March 2011 Archives

The Shooting Gallery

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Along the ways of my travels, I acquired a Sony VPH-1251, a one hundred and forty pound boat anchor of a projector. Like most older gear, it merely sneers at outlets. No, to fire up this epic beast of a projector requires no less than a virgin sacrifice, along with an anointing of blood, and a mystical incantation while pushing the "ON" button. And you have to notify the power company a week in advance.

At least that's what you'd expect me to say. Truthfully, it's a much more well-behaved unit that modern projectors. The reason why is that when this projector is in black, it is drawing a minimal amount of power, as opposed to modern projectors, which use a lamp as a light source. Since the lamp is held at the same power level all the time, the wasted energy is given off as heat and light. On the other hand, my CRT projector comes up in white for twenty minutes to allow the tubes to warm up. This process may be bypassed (as I often do). Power consumption is 250W in black, 400W in white -- the power demand changes with the image produced. The caveat thus far is that for the power consumed, very little light is generated, though it's somewhere north of 150 lumens, peaking to much higher (650 lumens) if small parts of white are needed.

The technogeek may appreciate a subtle feature of the older CRT projectors -- they sense magnetic fields. Periodically, about every six months,  one must realign the red and blue projection images to align with the green (middle) one. So the alignment can change depending on how much metal you have under the projector, as well as due to natural disaster or fluctuations in Earth's magnetic field.  

Curt Palme ranks it as a beginner projector; when you consider it's 1992 vintage, and the computing and video of the day, it was a respectable projector. It's capable of handling raw VGA video to 1024x768 -- not much in today's world, but more than enough for HDTV. My projector has some 3,000 hours on it, and if the tubes evenly age, the projector can be used to 20,000 hours. Nice investment for "free", eh?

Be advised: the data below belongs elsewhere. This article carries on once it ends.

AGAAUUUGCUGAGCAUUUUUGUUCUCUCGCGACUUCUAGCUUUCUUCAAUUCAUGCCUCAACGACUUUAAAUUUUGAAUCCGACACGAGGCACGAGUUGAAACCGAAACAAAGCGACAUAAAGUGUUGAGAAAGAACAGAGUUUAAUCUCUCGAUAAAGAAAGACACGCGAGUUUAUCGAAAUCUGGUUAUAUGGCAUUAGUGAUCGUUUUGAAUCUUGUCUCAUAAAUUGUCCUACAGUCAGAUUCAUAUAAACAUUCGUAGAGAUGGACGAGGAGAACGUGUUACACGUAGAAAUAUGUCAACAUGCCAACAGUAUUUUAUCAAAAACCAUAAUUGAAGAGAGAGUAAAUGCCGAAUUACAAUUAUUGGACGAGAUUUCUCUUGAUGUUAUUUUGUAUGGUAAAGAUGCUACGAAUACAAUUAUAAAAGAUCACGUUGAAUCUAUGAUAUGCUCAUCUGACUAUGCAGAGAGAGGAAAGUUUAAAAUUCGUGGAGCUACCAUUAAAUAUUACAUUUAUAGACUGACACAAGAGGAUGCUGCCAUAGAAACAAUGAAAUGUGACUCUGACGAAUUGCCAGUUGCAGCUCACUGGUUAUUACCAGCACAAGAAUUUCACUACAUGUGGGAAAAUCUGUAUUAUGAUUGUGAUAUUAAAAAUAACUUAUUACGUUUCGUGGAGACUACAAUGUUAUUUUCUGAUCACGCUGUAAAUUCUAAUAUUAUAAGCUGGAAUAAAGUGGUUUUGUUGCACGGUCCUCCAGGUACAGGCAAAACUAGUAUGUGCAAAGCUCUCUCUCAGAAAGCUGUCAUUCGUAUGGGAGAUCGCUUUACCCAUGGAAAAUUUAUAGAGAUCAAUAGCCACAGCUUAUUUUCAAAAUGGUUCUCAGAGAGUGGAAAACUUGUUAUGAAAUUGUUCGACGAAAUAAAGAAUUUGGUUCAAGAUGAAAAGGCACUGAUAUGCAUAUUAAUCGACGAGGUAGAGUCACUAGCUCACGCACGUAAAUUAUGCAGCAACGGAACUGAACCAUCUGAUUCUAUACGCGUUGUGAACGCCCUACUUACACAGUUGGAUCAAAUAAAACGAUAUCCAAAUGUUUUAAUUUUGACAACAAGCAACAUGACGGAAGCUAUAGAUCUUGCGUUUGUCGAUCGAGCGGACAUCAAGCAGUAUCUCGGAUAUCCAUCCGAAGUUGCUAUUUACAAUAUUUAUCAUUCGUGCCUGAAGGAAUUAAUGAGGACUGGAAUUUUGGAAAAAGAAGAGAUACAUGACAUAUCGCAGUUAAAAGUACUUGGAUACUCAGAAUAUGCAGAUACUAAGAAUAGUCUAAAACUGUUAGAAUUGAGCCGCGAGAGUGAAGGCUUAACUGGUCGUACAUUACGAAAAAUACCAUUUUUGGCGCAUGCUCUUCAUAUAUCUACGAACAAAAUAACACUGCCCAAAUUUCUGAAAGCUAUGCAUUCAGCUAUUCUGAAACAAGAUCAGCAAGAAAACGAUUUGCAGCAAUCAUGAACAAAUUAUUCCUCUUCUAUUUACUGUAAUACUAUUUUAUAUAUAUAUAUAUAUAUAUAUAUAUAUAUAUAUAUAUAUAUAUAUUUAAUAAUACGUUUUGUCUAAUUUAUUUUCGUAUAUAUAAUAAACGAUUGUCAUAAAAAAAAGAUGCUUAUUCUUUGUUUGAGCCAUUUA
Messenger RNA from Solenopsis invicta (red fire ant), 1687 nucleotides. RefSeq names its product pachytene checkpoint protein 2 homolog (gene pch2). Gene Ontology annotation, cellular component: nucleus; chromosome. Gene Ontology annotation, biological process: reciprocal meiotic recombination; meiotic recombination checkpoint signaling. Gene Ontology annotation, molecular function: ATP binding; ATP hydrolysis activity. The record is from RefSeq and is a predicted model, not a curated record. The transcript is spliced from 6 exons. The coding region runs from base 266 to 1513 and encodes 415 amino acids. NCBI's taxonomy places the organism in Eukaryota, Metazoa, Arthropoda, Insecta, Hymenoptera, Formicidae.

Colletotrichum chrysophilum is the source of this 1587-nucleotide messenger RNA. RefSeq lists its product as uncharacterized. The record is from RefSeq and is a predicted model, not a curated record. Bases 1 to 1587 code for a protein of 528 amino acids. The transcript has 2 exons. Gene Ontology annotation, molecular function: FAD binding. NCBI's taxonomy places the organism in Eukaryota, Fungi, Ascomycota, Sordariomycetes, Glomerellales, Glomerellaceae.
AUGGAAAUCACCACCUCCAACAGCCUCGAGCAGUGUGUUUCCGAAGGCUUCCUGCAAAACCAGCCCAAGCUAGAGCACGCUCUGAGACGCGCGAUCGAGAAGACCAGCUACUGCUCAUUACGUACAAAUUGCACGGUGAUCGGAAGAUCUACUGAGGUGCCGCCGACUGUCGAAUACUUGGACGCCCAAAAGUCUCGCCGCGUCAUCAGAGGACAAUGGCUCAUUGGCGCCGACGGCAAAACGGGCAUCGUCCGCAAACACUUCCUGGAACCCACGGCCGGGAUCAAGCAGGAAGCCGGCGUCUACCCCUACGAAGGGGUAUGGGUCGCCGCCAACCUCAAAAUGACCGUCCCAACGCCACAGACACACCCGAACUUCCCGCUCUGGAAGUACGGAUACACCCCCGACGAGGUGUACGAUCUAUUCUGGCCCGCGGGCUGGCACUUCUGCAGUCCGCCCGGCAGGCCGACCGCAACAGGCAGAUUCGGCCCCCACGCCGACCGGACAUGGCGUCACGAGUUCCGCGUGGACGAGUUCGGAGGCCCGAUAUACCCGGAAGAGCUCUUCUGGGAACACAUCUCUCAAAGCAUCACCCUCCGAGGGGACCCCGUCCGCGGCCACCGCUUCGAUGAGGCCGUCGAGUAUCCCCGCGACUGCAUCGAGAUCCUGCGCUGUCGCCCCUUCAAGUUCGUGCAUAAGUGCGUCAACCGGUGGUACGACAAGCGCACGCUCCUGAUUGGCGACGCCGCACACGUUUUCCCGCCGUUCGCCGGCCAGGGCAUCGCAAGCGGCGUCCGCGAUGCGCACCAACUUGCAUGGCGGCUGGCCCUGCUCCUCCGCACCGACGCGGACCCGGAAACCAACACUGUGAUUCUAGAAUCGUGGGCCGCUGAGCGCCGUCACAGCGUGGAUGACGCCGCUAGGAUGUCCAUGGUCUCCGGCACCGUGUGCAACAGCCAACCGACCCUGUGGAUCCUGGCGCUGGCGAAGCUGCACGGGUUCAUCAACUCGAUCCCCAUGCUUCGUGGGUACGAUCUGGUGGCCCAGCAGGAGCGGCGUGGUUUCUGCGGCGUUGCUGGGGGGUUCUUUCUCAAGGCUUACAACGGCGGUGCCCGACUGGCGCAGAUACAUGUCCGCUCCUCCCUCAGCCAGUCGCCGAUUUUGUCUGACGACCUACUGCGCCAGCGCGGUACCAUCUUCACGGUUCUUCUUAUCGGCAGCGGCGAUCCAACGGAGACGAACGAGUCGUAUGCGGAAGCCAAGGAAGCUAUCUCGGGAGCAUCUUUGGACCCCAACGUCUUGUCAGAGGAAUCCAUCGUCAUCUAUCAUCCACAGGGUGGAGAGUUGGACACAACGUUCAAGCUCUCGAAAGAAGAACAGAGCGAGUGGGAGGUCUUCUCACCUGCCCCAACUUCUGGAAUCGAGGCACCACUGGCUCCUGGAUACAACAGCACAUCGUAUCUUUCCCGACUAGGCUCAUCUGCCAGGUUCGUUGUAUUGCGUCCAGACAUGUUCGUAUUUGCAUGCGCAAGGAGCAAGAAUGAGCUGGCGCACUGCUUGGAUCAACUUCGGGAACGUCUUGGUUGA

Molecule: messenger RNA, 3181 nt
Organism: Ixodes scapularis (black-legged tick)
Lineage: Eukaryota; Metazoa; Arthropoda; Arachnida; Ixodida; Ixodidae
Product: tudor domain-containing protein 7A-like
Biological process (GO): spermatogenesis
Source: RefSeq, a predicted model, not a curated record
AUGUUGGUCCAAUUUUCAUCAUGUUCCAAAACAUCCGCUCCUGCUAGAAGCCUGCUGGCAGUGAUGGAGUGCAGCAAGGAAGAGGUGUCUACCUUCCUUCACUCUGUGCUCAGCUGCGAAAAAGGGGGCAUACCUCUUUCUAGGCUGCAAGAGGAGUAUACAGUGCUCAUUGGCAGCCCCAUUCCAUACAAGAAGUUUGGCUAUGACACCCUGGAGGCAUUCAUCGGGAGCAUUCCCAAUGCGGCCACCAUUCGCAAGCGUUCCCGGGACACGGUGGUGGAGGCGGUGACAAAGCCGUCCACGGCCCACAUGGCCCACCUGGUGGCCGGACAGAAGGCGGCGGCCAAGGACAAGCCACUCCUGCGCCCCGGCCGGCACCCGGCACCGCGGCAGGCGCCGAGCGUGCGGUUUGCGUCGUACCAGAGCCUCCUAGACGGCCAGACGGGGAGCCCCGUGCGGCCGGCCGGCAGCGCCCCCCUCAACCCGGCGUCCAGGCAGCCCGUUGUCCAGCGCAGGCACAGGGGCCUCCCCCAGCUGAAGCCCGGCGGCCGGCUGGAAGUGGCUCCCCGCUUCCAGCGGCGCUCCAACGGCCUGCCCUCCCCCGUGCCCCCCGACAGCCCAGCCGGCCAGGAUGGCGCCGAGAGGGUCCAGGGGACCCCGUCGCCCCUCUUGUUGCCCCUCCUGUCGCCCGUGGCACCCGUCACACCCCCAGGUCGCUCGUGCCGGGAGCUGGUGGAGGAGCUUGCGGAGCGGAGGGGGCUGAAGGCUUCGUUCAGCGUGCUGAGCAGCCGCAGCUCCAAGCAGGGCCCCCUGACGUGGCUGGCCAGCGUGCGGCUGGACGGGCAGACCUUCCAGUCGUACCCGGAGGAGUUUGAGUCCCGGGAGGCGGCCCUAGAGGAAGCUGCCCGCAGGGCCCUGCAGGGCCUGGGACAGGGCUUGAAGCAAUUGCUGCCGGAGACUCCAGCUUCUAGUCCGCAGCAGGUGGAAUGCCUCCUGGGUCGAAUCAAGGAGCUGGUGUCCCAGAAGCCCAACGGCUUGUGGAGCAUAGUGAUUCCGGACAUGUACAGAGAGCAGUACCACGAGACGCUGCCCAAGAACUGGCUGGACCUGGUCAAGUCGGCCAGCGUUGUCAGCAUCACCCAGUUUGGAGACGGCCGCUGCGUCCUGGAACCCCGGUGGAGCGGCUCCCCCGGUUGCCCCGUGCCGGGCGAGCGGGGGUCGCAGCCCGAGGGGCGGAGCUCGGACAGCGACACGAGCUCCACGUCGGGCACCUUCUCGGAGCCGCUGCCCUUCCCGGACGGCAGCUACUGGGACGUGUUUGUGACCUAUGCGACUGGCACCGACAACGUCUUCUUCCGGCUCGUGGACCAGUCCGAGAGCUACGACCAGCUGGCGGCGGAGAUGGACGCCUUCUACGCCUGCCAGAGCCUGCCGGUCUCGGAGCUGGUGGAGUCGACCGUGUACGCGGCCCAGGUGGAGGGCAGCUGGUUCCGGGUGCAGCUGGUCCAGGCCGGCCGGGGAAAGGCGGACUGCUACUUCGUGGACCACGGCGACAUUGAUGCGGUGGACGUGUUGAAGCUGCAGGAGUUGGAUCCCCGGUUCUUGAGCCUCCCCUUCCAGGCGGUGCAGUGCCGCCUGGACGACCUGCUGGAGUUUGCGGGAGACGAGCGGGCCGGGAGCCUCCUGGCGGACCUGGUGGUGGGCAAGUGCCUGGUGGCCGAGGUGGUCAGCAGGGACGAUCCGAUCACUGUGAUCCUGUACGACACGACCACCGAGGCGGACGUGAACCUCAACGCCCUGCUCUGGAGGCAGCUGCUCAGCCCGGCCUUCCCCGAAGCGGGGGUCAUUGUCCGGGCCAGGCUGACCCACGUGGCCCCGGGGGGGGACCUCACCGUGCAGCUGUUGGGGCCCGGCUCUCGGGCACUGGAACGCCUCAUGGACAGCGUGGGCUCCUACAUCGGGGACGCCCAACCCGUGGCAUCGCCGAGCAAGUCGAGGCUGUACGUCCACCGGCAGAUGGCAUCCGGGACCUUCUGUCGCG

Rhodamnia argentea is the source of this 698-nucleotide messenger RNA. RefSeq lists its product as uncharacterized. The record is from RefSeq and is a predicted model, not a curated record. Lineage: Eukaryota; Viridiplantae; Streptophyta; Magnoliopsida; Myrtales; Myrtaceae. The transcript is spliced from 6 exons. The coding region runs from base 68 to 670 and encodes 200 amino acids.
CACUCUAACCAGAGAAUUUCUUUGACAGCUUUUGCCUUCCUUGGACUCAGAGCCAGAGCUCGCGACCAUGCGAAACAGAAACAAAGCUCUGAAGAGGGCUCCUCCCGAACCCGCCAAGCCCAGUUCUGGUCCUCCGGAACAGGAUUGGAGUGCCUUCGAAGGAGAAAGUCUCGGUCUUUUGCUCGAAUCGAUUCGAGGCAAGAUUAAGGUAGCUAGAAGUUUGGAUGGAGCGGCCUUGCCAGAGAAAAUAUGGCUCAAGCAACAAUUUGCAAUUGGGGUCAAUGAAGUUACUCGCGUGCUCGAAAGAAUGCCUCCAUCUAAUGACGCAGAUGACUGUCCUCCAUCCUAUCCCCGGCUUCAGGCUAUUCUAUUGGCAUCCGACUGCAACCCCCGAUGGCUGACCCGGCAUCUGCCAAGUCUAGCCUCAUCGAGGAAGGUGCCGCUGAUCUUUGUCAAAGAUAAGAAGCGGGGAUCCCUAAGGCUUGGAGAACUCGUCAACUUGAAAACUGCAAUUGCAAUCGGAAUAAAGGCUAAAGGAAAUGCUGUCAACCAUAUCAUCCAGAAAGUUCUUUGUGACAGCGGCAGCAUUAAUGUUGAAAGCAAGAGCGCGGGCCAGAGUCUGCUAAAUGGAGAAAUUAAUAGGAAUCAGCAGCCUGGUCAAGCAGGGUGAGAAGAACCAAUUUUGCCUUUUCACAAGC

Goodness, if I've wasted this much time talking about the projector, one wonders what I am to espouse about the Nintendo...

There's not a lot to say about the Nintendo, or the Zapper. The Zapper works because of some special programming in the Duck Hunt cartridge that briefly turns the screen black while turning the duck or clay white. So one of the secrets to getting this game to work is to reduce the noise (stray light) or increase the contrast. Since I tested this at mid-day, I wasn't able to reduce the stray light any more than it already was. So I turned the contrast up to wide open (100, when it's normally set to 50), and the game started magically working. So the next step was to start turning the contrast down. I found I was able to get the game to work at about contrast level 62. I will be testing it when the sun goes down to see if things improve.

So make sure your game is working properly -- that you see a flash of black -- and give it a try. And don't forget to give the projector a break afterwards, perhaps showing some static!

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This page is an archive of entries from March 2011 listed from newest to oldest.

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